A rock doc, animated biopic and two German comedies are among the highlights at this year’s Stony Brook Film Festival.
The 22nd edition of the festival, which runs July 20 through July 29 at Stony Brook University’s Staller Center, strikes a generally upbeat tone that moviegoers might find appealing during a summer of bitter politics and nasty headlines. The festival is bookended by two comedies: “Welcome to Germany,” about a middle-class family that takes in a Nigerian refugee, and “Text for You,” a smartphone-driven rom-com. From France comes “The Midwife,” a dramedy starring Catherine Deneuve as a woman who befriends the daughter of a past lover. The British-Dutch production “Love Is Thicker Than Water” is a romantic comedy with illustrated sequences and a pop soundtrack.
“I’ve always said I don’t put a theme on the festival — I just want the best films out there,” says festival director and founder Alan Inkles, though he notes: “This seemed like it might be a good year for lighter fare.”
Here are several notable titles from the festival’s lineup. All screening times are after noon.
WELCOME TO GERMANY (July 20 at 8). The festival’s opening night film is a comedy about the Hartmanns, a prosperous family in Munich who take in a Nigerian refugee and find themselves confronting racism, xenophobia and terrorist suspicions. U.S. premiere.
ETHEL & ERNEST (July 22 at 4). A hand-drawn, animated biopic about two ordinary Londoners (voices of Jim Broadbent and Brenda Blethyn) who meet in 1928 and live side-by-side through the tumult of the 20th century. Based on Raymond Briggs’ award-winning graphic novel about his parents.
LOVE IS THICKER THAN WATER (July 22 at 9:30). The story of an amusingly star-crossed romance between Arthur, a poor Welshman, and Vida, an affluent Jewish woman. Starring Johnny Flynn and Lydia Wilson. The film is a joint English-Dutch production.
TO THE EDGE OF THE SKY (July 23 at 4). The new documentary from Jedd and Todd Wider, Stony Brook-raised brothers whose production credits include Alex Gibney’s Oscar-winning “Taxi to the Dark Side,” follows four families as they fight the FDA to gain access to a potentially lifesaving drug for their sons, who suffer from Duchenne muscular dystrophy.
APRICOT GROVES (July 24 at 7). A romance about two young Armenians who live in the United States but return to their home country and — over the course of one day — experience a series of culture clashes. Written and directed by Iranian filmmaker Pouria Heidary Oureh.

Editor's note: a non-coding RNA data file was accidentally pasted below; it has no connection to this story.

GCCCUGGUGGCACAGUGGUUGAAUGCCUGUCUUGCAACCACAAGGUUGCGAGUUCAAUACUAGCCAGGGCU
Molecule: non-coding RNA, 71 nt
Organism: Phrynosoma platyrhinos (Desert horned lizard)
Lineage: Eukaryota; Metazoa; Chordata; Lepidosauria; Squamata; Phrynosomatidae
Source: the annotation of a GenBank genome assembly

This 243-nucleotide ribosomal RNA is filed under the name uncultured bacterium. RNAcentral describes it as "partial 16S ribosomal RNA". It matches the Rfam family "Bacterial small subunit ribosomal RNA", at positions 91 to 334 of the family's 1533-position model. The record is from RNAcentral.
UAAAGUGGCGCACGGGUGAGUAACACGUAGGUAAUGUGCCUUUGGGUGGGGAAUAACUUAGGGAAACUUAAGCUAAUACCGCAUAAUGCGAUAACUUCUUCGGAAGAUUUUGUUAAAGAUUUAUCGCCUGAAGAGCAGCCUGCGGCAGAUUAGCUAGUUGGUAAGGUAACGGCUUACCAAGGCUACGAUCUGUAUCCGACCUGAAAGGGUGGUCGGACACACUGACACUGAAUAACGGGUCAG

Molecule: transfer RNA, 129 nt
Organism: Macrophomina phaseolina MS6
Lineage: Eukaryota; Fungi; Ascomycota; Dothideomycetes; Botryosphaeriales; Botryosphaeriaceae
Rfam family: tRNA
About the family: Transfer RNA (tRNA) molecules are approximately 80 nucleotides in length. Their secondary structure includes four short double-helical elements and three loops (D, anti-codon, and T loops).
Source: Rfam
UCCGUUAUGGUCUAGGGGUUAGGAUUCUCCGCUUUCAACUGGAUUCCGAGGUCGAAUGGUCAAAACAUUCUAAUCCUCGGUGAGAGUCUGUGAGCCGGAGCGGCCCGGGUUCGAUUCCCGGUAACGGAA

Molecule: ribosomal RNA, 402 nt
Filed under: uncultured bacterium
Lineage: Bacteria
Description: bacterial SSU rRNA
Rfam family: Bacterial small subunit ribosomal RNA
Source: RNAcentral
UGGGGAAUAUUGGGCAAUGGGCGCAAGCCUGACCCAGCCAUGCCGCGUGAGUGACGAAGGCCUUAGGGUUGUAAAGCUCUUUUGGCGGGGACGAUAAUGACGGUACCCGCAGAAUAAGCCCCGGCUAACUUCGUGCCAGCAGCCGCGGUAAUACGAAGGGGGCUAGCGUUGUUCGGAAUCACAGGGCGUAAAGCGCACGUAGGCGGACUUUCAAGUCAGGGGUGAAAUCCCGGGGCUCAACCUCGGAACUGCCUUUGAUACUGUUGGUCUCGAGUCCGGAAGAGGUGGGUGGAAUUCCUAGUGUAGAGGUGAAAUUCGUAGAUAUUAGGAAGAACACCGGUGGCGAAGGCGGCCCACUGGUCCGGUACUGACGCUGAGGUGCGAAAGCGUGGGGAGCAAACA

LITTLE WING (July 25 at 7). Bored by her hometown and exasperated by her immature mother, 12-year-old Varpu (Linnea Skog) decides to steal a car and find the father she has never met. It’s the first feature from the Finnish documentary director Selma Vilhune.
FROM THE LAND OF THE MOON (July 25 at 9:15). In postwar France, the free-spirited and frankly sexual Gabrielle (Marion Cotillard) so embarrasses her family that they offer her a choice: be forcibly committed to an asylum, or marry a total stranger. With Louis Garrel (“Saint Laurent”) and Alex Brendemühl.
THE SECOND ACT OF ELLIOTT MURPHY (July 26 at 9:15). Jorge Arenillas’ documentary focuses on Garden City singer-songwriter Elliott Murphy, who despite praise and support from Bruce Springsteen and Billy Joel found his biggest fan base in France, where he now lives and was recently knighted. Murphy will speak and perform at this screening.
PURPLE DREAMS (July 27 at 7). A documentary about North Carolina’s first-ever high school production of the musical based on Alice Walker’s controversial book “The Color Purple.” Filmed over four weeks at Northwest School of the Arts, in Charlotte. Directed by Joanne Hock.
THE MIDWIFE (July 28 at 9:30). A professional midwife (Catherine Frot) forms an unlikely friendship with her late father’s mistress (Catherine Deneuve). Directed by Martin Provost (“Séraphine”).
TEXT FOR YOU (July 29 at 8). The closing-night film is a German rom-com about Clara, a grieving woman who keeps sending texts to her recently deceased fiancé. What she doesn’t know is that the number now belongs to Mark, whose own love life isn’t going so well, either. The film’s star, Karoline Herfurth, also directed and co-wrote. She will attend the screening.
Stony Brook Film Festival
WHEN | WHERE July 20 through July 29 at Staller Center, Stony Brook University
TICKETS $12; passes $85-$225
INFO 631-632-2787 or go to stonybrookfilmfestival.com